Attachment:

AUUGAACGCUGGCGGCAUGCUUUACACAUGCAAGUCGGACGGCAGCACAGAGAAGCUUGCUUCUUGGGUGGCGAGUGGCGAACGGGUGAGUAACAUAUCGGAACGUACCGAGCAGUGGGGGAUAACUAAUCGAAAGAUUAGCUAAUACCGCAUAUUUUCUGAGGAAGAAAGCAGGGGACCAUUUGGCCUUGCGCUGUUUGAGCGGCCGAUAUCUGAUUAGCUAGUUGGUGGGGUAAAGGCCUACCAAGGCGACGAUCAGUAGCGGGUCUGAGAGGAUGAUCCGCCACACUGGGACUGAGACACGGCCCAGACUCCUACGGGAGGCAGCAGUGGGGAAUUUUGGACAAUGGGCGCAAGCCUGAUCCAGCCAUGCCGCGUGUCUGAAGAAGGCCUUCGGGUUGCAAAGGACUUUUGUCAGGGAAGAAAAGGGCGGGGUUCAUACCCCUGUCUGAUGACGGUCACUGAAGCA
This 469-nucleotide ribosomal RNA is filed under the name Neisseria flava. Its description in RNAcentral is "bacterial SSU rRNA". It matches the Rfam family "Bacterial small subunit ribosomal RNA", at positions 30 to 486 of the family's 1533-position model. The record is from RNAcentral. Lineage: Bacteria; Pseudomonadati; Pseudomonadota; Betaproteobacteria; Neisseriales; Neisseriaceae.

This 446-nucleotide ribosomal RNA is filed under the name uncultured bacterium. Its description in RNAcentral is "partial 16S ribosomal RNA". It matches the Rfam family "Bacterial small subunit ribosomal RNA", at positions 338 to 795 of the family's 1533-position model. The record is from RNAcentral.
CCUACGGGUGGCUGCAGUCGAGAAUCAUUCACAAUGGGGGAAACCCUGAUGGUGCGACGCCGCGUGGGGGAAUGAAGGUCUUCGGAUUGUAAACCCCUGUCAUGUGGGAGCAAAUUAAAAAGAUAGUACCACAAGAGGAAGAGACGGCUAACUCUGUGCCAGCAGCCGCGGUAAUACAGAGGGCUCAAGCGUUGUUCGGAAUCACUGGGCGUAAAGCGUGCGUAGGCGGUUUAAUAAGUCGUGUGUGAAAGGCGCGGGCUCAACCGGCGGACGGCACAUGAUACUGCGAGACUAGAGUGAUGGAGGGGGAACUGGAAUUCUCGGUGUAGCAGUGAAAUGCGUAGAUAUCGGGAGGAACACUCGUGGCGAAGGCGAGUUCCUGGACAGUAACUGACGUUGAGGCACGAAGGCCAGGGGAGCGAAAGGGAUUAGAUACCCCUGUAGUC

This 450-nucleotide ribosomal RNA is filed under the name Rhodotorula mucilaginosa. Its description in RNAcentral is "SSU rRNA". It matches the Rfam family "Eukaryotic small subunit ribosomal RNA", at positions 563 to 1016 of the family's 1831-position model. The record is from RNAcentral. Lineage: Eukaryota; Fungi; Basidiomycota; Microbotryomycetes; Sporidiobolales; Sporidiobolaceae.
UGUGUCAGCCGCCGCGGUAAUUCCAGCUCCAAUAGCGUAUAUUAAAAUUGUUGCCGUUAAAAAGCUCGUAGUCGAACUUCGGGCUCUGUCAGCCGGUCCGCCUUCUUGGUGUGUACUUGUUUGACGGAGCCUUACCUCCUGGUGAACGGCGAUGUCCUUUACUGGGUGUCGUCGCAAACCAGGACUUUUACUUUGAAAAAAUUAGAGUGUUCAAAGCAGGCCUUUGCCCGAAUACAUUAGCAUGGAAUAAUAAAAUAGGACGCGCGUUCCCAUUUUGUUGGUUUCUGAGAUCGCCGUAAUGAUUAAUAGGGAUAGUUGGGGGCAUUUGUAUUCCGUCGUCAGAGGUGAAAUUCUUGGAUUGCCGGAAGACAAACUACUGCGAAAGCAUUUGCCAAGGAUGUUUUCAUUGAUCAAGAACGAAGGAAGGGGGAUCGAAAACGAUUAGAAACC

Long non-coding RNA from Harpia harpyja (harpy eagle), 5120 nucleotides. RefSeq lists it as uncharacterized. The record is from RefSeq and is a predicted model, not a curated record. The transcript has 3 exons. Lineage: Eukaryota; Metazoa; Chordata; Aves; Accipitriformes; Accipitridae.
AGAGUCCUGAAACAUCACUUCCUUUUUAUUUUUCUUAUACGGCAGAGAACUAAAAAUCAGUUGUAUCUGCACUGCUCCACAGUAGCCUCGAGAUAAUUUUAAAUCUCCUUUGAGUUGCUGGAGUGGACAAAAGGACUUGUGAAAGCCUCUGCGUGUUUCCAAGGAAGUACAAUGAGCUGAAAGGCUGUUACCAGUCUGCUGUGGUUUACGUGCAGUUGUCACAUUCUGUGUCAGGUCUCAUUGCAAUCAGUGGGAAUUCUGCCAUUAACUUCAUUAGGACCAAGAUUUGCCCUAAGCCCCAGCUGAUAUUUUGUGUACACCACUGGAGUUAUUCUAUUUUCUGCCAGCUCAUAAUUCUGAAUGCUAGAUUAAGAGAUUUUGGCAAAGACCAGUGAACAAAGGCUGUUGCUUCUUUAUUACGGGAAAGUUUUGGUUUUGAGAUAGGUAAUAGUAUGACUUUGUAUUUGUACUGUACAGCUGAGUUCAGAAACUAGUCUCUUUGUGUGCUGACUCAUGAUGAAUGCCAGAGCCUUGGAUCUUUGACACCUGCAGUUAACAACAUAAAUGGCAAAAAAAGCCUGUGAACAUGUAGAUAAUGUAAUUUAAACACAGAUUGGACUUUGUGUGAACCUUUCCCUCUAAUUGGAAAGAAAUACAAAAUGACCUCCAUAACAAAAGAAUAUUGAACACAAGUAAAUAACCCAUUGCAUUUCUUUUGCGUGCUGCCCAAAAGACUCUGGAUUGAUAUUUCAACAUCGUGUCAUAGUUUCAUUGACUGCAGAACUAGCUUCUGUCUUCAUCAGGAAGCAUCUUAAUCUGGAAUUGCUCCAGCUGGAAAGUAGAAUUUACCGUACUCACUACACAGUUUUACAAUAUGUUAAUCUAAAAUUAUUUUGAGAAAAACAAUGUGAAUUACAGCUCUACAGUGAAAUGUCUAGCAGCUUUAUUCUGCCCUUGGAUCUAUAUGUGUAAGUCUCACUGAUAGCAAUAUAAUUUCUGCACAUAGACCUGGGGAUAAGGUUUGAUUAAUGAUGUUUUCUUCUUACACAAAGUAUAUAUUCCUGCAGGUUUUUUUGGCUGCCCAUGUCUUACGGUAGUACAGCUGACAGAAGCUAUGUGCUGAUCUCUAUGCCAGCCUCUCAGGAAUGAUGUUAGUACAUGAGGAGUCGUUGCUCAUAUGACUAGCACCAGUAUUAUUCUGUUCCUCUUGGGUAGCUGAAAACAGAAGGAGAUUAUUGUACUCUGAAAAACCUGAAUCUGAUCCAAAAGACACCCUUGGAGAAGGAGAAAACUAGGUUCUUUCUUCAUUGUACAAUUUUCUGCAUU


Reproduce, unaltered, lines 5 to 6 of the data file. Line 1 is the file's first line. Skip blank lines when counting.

This 450-nucleotide ribosomal RNA is filed under the name Rhodotorula mucilaginosa. Its description in RNAcentral is "SSU rRNA". It matches the Rfam family "Eukaryotic small subunit ribosomal RNA", at positions 563 to 1016 of the family's 1831-position model. The record is from RNAcentral. Lineage: Eukaryota; Fungi; Basidiomycota; Microbotryomycetes; Sporidiobolales; Sporidiobolaceae.
UGUGUCAGCCGCCGCGGUAAUUCCAGCUCCAAUAGCGUAUAUUAAAAUUGUUGCCGUUAAAAAGCUCGUAGUCGAACUUCGGGCUCUGUCAGCCGGUCCGCCUUCUUGGUGUGUACUUGUUUGACGGAGCCUUACCUCCUGGUGAACGGCGAUGUCCUUUACUGGGUGUCGUCGCAAACCAGGACUUUUACUUUGAAAAAAUUAGAGUGUUCAAAGCAGGCCUUUGCCCGAAUACAUUAGCAUGGAAUAAUAAAAUAGGACGCGCGUUCCCAUUUUGUUGGUUUCUGAGAUCGCCGUAAUGAUUAAUAGGGAUAGUUGGGGGCAUUUGUAUUCCGUCGUCAGAGGUGAAAUUCUUGGAUUGCCGGAAGACAAACUACUGCGAAAGCAUUUGCCAAGGAUGUUUUCAUUGAUCAAGAACGAAGGAAGGGGGAUCGAAAACGAUUAGAAACC